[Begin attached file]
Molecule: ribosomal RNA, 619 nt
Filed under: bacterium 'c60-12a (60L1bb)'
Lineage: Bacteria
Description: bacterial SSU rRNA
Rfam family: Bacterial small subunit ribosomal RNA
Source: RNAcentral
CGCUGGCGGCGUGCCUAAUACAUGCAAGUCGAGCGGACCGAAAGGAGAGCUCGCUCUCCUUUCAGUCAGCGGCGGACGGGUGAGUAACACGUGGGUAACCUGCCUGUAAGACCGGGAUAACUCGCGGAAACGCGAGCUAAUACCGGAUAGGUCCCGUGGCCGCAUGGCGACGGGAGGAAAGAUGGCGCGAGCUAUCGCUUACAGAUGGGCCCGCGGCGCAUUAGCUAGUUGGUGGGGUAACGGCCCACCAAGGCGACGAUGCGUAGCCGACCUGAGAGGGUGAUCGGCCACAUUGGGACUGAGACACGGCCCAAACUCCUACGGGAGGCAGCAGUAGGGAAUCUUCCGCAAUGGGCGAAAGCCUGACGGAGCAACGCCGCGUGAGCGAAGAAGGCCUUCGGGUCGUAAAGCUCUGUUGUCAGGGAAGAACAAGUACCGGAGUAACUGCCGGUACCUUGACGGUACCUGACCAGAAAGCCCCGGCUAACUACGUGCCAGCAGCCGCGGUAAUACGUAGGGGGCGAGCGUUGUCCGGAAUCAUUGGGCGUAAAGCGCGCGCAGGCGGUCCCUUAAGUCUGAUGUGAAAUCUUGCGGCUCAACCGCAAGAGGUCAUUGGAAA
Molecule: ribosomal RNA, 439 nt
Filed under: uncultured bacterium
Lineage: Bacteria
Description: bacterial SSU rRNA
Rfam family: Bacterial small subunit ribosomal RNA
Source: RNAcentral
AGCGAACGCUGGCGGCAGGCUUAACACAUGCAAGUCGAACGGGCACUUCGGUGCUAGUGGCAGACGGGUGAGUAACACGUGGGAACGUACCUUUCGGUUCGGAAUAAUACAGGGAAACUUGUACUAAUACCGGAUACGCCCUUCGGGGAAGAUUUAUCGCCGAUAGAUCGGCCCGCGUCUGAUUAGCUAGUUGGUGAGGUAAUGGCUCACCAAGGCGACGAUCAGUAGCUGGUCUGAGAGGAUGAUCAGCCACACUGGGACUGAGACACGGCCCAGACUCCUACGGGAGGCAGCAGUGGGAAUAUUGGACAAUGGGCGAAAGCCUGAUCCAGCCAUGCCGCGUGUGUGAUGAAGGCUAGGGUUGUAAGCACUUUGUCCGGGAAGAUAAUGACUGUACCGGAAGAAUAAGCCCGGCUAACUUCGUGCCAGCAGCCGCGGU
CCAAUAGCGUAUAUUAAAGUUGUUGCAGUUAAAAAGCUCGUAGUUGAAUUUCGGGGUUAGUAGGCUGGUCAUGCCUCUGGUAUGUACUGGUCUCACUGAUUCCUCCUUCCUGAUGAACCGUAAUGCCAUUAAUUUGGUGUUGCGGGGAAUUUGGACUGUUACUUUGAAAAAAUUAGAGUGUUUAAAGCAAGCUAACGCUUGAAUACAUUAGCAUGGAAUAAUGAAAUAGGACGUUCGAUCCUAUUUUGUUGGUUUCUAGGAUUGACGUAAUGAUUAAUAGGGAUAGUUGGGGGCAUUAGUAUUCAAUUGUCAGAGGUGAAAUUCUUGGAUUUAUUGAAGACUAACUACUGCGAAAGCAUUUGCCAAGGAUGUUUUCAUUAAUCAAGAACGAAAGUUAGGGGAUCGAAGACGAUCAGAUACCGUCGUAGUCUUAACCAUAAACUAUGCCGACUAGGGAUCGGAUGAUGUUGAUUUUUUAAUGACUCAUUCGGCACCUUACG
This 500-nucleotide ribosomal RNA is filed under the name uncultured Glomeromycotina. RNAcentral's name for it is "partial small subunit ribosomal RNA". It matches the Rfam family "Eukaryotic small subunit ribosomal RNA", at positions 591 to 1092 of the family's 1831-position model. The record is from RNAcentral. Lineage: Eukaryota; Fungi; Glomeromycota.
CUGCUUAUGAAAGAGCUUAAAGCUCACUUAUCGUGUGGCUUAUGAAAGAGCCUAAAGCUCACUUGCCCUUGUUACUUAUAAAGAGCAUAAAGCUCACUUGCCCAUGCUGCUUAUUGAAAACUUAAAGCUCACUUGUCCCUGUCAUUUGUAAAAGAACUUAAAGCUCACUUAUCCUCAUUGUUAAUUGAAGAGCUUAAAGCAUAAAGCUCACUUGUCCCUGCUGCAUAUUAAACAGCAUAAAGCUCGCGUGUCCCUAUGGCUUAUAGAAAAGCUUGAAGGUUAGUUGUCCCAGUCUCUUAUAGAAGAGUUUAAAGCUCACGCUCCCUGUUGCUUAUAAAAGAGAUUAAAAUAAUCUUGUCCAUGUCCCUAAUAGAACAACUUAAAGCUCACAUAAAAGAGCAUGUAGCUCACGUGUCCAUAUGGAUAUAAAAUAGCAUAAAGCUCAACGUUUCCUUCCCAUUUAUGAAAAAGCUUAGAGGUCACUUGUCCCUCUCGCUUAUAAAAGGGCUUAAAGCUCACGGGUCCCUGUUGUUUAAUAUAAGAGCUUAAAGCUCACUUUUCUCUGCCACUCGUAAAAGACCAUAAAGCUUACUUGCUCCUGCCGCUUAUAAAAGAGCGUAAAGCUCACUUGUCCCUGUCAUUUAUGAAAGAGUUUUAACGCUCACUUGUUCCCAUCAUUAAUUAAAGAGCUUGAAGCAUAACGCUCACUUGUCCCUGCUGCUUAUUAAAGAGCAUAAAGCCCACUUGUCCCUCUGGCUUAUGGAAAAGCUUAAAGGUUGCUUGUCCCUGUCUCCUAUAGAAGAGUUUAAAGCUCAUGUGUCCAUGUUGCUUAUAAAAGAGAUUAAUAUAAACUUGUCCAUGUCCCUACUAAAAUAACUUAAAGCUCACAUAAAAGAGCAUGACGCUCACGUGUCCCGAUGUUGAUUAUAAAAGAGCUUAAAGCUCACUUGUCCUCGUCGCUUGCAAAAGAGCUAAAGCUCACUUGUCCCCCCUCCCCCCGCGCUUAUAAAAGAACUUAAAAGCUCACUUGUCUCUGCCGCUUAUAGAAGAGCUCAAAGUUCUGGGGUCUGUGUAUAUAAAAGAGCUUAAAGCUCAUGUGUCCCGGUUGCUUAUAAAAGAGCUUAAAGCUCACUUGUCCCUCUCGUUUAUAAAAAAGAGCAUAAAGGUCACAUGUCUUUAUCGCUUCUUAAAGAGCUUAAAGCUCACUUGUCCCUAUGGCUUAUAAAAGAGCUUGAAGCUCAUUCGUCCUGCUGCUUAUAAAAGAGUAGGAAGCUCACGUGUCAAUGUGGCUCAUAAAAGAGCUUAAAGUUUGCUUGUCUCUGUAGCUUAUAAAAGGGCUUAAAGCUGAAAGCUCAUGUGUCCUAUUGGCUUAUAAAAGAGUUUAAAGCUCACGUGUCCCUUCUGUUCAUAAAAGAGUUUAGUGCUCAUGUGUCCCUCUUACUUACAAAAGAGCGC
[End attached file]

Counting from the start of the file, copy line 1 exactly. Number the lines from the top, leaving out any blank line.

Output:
Molecule: ribosomal RNA, 619 nt